The Q&A Archives: African Lily

Question: I have rooted in water what someone told me was an African lily. I don't know if that's the right name for it. It blooms a purple tubular flower the leaves are long and pointed. My question is: where do I go from here? Do I pot the thing up or put it in the ground for the winter? I am afraid I will kill it if I put it in the ground now.

Answer: Agapanthus africanus, or African Lily, grows to 3' high and plants should be spaced 12 inches apart in the garden.

African Lily is grown from thick rhizomes. The plant can be grown as either a house plant or outdoors, and is often planted in large containers. As a house plant, provide medium light exposure and well-drained soil. Keep the soil uniformly moist in summer but slightly dry in winter. Use an equal analysis fertilizer (such as 16-16-16)according to label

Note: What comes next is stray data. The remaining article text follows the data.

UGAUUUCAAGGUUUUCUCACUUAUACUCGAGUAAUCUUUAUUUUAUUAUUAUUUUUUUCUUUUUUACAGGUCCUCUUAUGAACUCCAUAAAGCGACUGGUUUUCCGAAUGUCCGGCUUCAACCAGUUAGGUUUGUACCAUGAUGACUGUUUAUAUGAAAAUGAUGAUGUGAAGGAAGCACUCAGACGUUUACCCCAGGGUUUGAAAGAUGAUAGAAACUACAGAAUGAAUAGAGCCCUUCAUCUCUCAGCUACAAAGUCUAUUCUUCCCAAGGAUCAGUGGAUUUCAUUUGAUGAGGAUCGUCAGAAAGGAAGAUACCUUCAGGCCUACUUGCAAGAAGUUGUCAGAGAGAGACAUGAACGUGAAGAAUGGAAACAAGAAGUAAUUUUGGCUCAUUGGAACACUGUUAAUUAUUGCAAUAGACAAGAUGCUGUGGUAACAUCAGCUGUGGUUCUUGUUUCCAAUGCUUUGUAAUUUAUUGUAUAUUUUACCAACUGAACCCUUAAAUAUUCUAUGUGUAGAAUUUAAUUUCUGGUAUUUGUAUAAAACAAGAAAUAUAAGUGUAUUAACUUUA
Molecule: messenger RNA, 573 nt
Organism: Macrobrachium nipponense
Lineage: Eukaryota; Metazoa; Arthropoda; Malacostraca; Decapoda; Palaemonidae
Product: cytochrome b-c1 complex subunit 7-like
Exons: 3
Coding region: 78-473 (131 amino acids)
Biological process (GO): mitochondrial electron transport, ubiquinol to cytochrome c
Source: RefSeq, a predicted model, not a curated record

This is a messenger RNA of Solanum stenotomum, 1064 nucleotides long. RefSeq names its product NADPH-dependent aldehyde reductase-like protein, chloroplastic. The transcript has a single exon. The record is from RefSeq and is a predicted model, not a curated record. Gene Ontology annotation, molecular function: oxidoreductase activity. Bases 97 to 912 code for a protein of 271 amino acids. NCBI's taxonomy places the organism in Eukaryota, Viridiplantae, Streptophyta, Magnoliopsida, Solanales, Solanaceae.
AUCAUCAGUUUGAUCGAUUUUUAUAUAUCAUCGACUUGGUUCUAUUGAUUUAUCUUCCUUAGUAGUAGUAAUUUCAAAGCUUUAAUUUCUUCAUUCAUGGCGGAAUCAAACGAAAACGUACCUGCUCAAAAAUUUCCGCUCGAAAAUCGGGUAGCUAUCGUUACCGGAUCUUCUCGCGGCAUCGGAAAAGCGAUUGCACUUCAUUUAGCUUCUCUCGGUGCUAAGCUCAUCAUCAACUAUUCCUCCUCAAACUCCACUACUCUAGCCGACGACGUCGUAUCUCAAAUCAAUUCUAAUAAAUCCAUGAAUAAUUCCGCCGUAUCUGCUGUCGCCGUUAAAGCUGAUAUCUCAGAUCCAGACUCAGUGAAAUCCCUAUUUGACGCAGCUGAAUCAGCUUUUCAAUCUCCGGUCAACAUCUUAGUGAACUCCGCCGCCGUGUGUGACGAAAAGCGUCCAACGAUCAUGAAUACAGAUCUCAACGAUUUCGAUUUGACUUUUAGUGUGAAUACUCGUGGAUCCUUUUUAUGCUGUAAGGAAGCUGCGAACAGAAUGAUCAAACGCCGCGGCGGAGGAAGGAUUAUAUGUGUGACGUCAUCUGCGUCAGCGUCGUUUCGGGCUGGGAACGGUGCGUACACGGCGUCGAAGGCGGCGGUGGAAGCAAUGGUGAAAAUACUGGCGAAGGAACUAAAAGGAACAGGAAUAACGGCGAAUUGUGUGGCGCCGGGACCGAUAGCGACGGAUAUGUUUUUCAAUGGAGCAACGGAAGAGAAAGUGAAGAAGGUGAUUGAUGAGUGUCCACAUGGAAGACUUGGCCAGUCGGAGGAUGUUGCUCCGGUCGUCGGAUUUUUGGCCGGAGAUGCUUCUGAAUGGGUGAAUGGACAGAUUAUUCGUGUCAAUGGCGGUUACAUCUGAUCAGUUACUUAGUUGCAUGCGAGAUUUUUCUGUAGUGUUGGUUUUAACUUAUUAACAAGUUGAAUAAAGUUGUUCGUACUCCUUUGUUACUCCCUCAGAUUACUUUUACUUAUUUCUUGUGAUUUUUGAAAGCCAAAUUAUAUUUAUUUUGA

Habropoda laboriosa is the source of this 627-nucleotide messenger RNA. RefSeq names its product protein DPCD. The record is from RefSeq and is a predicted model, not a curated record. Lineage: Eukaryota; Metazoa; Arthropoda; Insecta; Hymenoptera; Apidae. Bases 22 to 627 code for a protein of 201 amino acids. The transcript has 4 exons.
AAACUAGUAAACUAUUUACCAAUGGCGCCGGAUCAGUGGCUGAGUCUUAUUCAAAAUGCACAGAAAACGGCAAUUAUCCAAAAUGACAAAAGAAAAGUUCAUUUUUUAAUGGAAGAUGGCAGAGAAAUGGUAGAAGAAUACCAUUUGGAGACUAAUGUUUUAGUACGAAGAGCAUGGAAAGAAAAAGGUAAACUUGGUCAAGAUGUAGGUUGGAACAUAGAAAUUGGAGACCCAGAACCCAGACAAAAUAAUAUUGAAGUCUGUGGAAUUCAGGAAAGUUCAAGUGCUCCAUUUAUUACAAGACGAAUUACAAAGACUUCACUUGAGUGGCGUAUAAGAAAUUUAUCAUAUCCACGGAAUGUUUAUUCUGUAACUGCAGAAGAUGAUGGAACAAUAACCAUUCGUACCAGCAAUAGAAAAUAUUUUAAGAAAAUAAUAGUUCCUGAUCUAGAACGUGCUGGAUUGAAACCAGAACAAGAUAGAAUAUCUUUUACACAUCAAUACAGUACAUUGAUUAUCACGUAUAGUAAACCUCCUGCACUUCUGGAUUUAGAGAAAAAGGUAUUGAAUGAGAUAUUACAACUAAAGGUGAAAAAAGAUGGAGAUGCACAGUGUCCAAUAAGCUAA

directions. Temperatures of 50 to 55 degrees at night and
65 to 70 degrees during the day are ideal. Day
temperatures higher than 70 degrees may cause slow growth.
African Lily grows best when potbound. Flowering is not
dependent on a particular day length. The plant rests
after flowering and may be grown outdoors in sun or light
shade during the summer.

I think I'd pot the rooted plant up and keep it indoors during the winter months. Use any good potting soil and make sure the container has good drainage. If you decide to take it outdoors and plant it in the garden, the soil should be warm enough in the spring or summer months.

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